Study finds microbiome 'signature' associated with healthy aging
While the importance of the gut microbiome is well documented, its role in the human aging process is still unclear. However, new research published in the journal Nature Metabolism has identified distinct signatures in the gut microbiome that are associated with either healthy or unhealthy aging trajectories, which in turn can predict survival of older individuals.
ISB researchers and collaborators took three independent cohorts and analyzed gut microbiome, phenotypic and clinical data from over 9,000 people between the ages of 18 and 101 years old. The team then zoomed in on longitudinal data from a cohort of over 900 community-dwelling older individuals aged 78-98 years old, who allowed the researchers to track health and survival outcomes.
The data showed that gut microbiomes became increasingly unique as individuals aged, starting in mid-to-late adulthood, which corresponded with a steady decline in the abundance of core bacterial genera that tend to be shared across humans.
Notably, while microbiomes became increasingly unique to each individual in healthy aging, the metabolic functions the microbiomes were carrying out shared common traits. This gut uniqueness signature was highly correlated with several microbially-derived metabolites in blood plasma, including tryptophan-derived indole, which has previously been shown to extend lifespan in mice. Blood levels of another metabolite, phenylacetylglutamine, showed the strongest association with uniqueness.
“The most striking pattern characteristic of healthy aging in our study was the observed gradual decline in the genus Bacteroides, which is one of the most prevalent and abundant bacterial microbes present in the human large intestine. The same decline was not present in older individuals who were not defined as healthy based on our strict criteria. Although preliminary, these results led us to hypothesize that a healthy gut microbiome is one that gradually shifts and develops within its host over a lifetime. In other words, retaining microbes that define the core of our ecosystem in early/mid adulthood may not be as beneficial in the latest decades of human life. However, as our analysis was primarily cross-sectional, this hypothesis requires further investigation,” ISB Research Scientist Tomasz Wilmanski, PhD, explained to NutraIngredients-USA.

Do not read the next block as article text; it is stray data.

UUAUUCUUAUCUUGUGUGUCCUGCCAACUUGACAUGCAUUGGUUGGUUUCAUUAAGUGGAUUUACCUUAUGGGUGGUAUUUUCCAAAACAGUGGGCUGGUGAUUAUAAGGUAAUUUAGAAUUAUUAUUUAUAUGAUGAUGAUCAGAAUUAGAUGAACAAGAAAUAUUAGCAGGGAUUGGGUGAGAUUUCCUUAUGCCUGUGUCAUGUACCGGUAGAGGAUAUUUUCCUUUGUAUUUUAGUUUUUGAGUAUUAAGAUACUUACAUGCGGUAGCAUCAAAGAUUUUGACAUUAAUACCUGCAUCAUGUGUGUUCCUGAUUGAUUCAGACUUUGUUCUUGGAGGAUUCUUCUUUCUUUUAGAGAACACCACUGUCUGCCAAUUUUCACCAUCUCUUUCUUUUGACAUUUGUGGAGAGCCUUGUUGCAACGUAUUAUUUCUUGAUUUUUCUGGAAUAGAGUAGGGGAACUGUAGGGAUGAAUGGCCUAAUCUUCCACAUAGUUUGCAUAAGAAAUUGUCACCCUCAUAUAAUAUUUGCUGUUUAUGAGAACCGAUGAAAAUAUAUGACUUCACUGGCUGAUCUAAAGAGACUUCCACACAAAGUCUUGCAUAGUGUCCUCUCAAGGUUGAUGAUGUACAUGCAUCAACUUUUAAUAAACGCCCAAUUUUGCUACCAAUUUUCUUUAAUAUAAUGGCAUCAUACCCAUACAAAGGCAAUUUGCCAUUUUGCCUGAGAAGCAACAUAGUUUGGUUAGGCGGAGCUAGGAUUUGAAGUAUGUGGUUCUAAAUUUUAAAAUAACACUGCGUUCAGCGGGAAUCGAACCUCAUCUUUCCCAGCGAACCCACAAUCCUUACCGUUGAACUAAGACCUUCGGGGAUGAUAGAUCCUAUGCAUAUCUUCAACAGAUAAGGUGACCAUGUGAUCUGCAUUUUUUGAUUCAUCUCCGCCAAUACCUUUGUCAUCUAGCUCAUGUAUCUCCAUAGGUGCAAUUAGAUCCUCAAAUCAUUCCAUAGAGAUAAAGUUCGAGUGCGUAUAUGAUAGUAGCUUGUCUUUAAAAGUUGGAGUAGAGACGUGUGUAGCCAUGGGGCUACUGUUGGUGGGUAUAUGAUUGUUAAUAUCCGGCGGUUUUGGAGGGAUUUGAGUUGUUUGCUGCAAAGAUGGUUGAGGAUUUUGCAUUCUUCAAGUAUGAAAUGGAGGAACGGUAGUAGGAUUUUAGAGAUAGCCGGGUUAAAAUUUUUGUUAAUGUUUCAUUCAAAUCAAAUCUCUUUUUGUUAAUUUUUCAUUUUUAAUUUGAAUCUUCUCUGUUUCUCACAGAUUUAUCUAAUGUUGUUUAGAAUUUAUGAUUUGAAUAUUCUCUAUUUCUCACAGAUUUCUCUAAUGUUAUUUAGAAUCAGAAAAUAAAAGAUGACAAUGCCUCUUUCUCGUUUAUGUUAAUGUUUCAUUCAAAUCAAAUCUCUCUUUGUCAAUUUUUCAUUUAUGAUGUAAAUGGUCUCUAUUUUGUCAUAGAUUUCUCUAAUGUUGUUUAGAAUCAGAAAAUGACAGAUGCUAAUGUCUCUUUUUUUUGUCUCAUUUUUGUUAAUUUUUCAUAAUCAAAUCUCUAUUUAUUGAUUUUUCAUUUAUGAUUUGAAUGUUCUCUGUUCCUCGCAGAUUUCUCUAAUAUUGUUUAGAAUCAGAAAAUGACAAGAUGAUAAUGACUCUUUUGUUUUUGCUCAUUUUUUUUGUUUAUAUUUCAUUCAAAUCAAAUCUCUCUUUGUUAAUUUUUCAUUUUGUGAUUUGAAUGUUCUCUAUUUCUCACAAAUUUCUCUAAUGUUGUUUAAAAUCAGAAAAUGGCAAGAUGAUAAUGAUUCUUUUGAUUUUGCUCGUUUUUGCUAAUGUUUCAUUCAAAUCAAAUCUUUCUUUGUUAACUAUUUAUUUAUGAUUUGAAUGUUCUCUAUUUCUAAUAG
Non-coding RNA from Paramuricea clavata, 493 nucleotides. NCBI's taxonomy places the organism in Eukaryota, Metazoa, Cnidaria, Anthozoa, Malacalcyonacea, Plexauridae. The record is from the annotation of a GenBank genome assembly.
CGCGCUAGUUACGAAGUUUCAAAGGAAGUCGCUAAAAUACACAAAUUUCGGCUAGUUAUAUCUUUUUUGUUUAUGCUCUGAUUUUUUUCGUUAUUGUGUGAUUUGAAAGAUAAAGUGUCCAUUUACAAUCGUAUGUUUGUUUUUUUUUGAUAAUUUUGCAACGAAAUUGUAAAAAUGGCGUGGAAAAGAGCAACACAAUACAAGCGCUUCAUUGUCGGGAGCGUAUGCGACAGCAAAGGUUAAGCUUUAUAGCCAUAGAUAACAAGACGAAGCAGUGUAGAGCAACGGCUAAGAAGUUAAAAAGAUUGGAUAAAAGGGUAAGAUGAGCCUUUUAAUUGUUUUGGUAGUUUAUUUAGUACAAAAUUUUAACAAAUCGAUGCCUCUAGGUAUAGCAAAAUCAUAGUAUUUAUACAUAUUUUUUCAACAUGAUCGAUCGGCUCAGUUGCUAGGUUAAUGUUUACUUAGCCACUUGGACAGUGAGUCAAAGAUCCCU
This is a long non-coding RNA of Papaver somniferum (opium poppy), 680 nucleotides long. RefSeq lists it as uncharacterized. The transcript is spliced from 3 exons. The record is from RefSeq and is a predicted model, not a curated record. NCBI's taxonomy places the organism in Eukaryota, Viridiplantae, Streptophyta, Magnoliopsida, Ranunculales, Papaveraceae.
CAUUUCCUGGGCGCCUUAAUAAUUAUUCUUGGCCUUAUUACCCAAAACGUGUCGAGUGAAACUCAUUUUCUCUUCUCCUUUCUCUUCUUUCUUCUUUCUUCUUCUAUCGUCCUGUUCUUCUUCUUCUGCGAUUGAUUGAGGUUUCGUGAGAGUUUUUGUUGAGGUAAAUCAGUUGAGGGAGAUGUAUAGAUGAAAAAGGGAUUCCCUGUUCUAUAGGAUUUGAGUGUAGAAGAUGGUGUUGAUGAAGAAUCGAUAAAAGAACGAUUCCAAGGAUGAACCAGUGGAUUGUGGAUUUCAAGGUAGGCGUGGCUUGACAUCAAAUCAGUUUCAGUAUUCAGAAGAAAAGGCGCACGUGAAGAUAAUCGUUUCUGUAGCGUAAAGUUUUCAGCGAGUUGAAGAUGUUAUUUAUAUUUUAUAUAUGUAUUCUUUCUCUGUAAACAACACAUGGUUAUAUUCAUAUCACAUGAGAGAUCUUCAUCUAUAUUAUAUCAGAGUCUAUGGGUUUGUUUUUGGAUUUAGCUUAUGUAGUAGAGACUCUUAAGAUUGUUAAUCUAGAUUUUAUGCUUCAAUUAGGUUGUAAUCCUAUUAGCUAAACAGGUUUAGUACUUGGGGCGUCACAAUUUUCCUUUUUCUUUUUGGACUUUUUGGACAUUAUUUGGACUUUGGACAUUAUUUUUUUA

Wilmanski, who is also the lead author of the paper, added that this unique signature can predict patient survival in the latest decades of life. Indeed, healthy individuals around 80 years of age showed continued microbial drift toward a unique compositional state, but this drift was absent in less healthy individuals.
"Interestingly, this uniqueness pattern appears to start in mid-life - 40-50 years old - and is associated with a clear blood metabolomic signature, suggesting that these microbiome changes may not simply be diagnostic of healthy aging, but that they may also contribute directly to health as we age," Wilmanski said.
The research also suggests that microbiome compositions associated with health in early-to-mid adulthood may not be compatible with health in late adulthood.
“A healthy gut microbiome doesn’t remain static throughout life, but changes as we age. One major implication of this would be that how we define microbiome health in older age cannot be defined within the context of younger and generally healthier individuals. Having a 20 year old’s microbiome when you are 70 may not be favorable,” explained Wilmanski.
As we learn more about the gut microbiome, we often come away with more questions than we started with -- and this study is no exception.
“While our paper provides insight into distinct aging trajectories within the human gut microbiome, I’m afraid it raises even more questions than it answers. For example, we are not sure what drives the observed shifts in the gut microbiome as we age. We hope that further studies will elucidate the mechanisms behind these patterns and identify actionable targets that can modulate the gut microbiome to shift it towards a more favorable aging trajectory,” said Wilmanski.
What we do know is personalization will play a pivotal role in health and wellness -- including the developments of novel therapeutics in the probiotic space.
“While our results are still preliminary, one possible take home message is that a healthy gut microbiome when we are 60 or 70 years old will not look the same as when we were 20 or 30 years old,” Wilmanski told us. “This suggests that dietary and probiotic recommendations aimed at improving gut microbiome health may need to be tailored to each individual’s age and their personal microbiome footprint.”
Source: Nature Metabolism
3, 274–286 (2021). https://doi.org/10.1038/s42255-021-00348-0
“Gut microbiome pattern reflects healthy ageing and predicts survival in humans”
Authors: T. Wilmanski et al.